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Figure 1. Roles of the RSC, ISW1, and CHD1 ATP–dependent chromatin remodelers in RNA polymerase II initiation, elongation and termination

RSC widens the nucleosome-depleted region at the promoter by repositioning the flanking +1 and –1 nucleosomes farther apart to accommodate a complete barrier complex. CHD1 (short spacing) and ISW1 (longer spacing) compete to set the nucleosome spacing on a gene using the +1 nucleosome as a reference. In cells lacking RSC (rsc8), nucleosomes shift toward the promoter, but the spacing is the same as in wild-type cells; Pol II lingers 3′ of the transcript-termination site. In the isw1 chd1 double mutant, nucleosome spacing is disrupted, with the +2 nucleosome in particular being pushed against the +1 or +3 nucleosome. High cryptic initiation in these cells may result in collisions between transcribing cryptic anti-sense Pol II and promoter-initiated Pol II (elongation defect). From Reference 1.

Role of the RSC ATP–dependent chromatin remodeling complex in transcription factor dynamics

In a collaboration with the Karpova lab, we investigated the role of RSC in transcription factor dynamics [Reference 2]. Generally, the binding of sequence-specific transcription factors to cognate sites is highly dynamic. However, how such binding is linked to chromatin remodeling and transcription is unclear. The CUP1 gene encodes a metallothionein responsible for protecting cells against the toxic effects of copper ions; it is induced when excess copper ions bind to the Ace1p transcription factor, which then binds to upstream activating sequences (UAS elements) in the CUP1 promoter to activate transcription. Using single-molecule tracking, we showed that RSC reduces the time it takes for the Ace1p transcription factor to locate and bind to the CUP1 promoter. We quantified smFISH (single molecule–fluorescence in situ hybridization) mRNA data using a gene-bursting model and demonstrated that RSC regulates CUP1 transcription bursts by modulating Ace1p transcription factor occupancy, rather than by affecting initiation and elongation rates. The single-molecule tracking data show that RSC binds to the activated CUP1 promoter transiently. We also observed that RSC does not affect nucleosome occupancy at CUP1. We propose that transient binding of Ace1p and rapid bursts of CUP1 transcription may depend on short, repetitive cycles of RSC–mediated nucleosome mobilization (Figure 2). This type of regulation would reduce transcriptional noise and ensure a homogeneous response of the cell population to copper stress.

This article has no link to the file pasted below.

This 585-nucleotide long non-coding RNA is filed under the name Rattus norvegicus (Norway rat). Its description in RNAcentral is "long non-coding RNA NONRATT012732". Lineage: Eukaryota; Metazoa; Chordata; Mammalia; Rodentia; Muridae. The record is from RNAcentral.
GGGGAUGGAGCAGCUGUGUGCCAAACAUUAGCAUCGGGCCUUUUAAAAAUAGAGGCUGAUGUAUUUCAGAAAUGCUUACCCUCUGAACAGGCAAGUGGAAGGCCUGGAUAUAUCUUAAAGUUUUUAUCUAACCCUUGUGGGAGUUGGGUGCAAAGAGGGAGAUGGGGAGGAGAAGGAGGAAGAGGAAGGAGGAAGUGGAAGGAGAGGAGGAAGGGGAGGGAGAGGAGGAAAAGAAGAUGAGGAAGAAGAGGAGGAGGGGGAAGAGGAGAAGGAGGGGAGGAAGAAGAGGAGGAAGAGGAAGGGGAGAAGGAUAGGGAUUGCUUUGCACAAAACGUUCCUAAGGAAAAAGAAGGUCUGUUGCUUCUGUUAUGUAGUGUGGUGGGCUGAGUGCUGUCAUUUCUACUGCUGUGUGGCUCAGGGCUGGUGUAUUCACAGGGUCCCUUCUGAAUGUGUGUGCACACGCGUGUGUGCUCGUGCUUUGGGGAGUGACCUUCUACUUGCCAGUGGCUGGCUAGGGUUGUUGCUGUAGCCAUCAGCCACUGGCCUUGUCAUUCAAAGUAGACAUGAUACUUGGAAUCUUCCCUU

Figure 2

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Figure 2. Linked cycles of RSC chromatin remodeling and Ace1 transcription factor binding in yeast

Single-molecule tracking and smFISH reveal the link between chromatin remodeling by the RSC complex and Ace1 transcription factor binding. Cycles of Ace1 binding at the CUP1 promoter lead to bursts of CUP1 transcription, which depend on short cycles of nucleosome mobilization by RSC (the –1 nucleosome on the promoter). RSC ensures a homogeneous response of the cell population to copper-mediated oxidative stress. From Reference 2.

Role of tRNA genes in chromosome organization in yeast

We also collaborated with the Kamakaka lab to investigate the role of tRNA genes in chromosomal organization in the nucleus [Reference 3]. The genome is packaged and organized in an ordered, nonrandom manner within the nucleus, involving contacts between specific chromatin segments and nuclear substructures. tRNA genes are binding sites for transcription factors as well as for architectural proteins and are thought to play an important role in such organization. We tested the hypothesis by removing all tRNA genes from chromosome III, either by deletion or by transfer to another chromosome. Surprisingly, loss of all tRNA genes does not grossly affect chromatin architecture or chromosome tethering and mobility. However, loss of tRNA genes does affect local chromatin structure by altering both nucleosome positioning and the binding of proteins involved in maintaining chromosome architecture (cohesins and condensins), as expected. The absence of tRNA genes also alters centromere clustering and reduces the frequency of long-range heterochromatin clustering, with concomitant effects on gene silencing.


  1. Ocampo J, Chereji RV, Eriksson PR, Clark DJ. Contrasting roles of the RSC and ISW1/CHD1 chromatin remodelers in RNA polymerase II elongation and termination. Genome Res 2019;29:407-417.
  2. Mehta GD, Ball DA, Eriksson PR, Chereji RV, Clark DJ, McNally JG, Karpova TS. Single-molecule analysis reveals linked cycles of RSC chromatin remodeling and Ace1p transcription factor binding in yeast. Mol Cell 2018;72:875-887.
  3. Hamdani O, Dhillon N, Hsieh TS, Fujita T, Ocampo J, Kirkland JG, Lawrimore J, Kobayashi TJ, Friedman B, Fulton D, Wu KY, Chereji RV, Oki M, Bloom K, Clark DJ, Rando OJ, Kamakaka RT. tRNA genes affect chromosome structure and function via local effects. Mol Cell Biol 2019;39:e00432-18.


  • Munira A. Basrai, PhD, Genetics Branch, Center for Cancer Research, NCI, Bethesda, MD
  • Harold Burgess, PhD, Section on Behavioral Neurogenetics, NICHD, Bethesda, MD
  • Douglas Fields, PhD, Section on Nervous System Development and Plasticity, NICHD, Bethesda, MD
  • Chhabi Govind, PhD, Oakland University, Rochester, MI
  • Gordon L. Hager, PhD, Laboratory of Receptor Biology and Gene Expression, Center for Cancer Research, NCI, Bethesda, MD
  • Jeffrey J. Hayes, PhD, University of Rochester Medical Center, Rochester, NY
  • Alan G. Hinnebusch, PhD, Section on Nutrient Control of Gene Expression, NICHD, Bethesda, MD
  • Rohinton T. Kamakaka, PhD, University of California Santa Cruz, Santa Cruz, CA
  • Tatiana Karpova, PhD, Laboratory of Receptor Biology and Gene Expression, Center for Cancer Research, NCI, Bethesda, MD
  • Philip R. Lee, PhD, Section on Nervous System Development and Plasticity, NICHD, Bethesda, MD
  • Vasily M. Studitsky, PhD, Fox Chase Cancer Center, Philadelphia, PA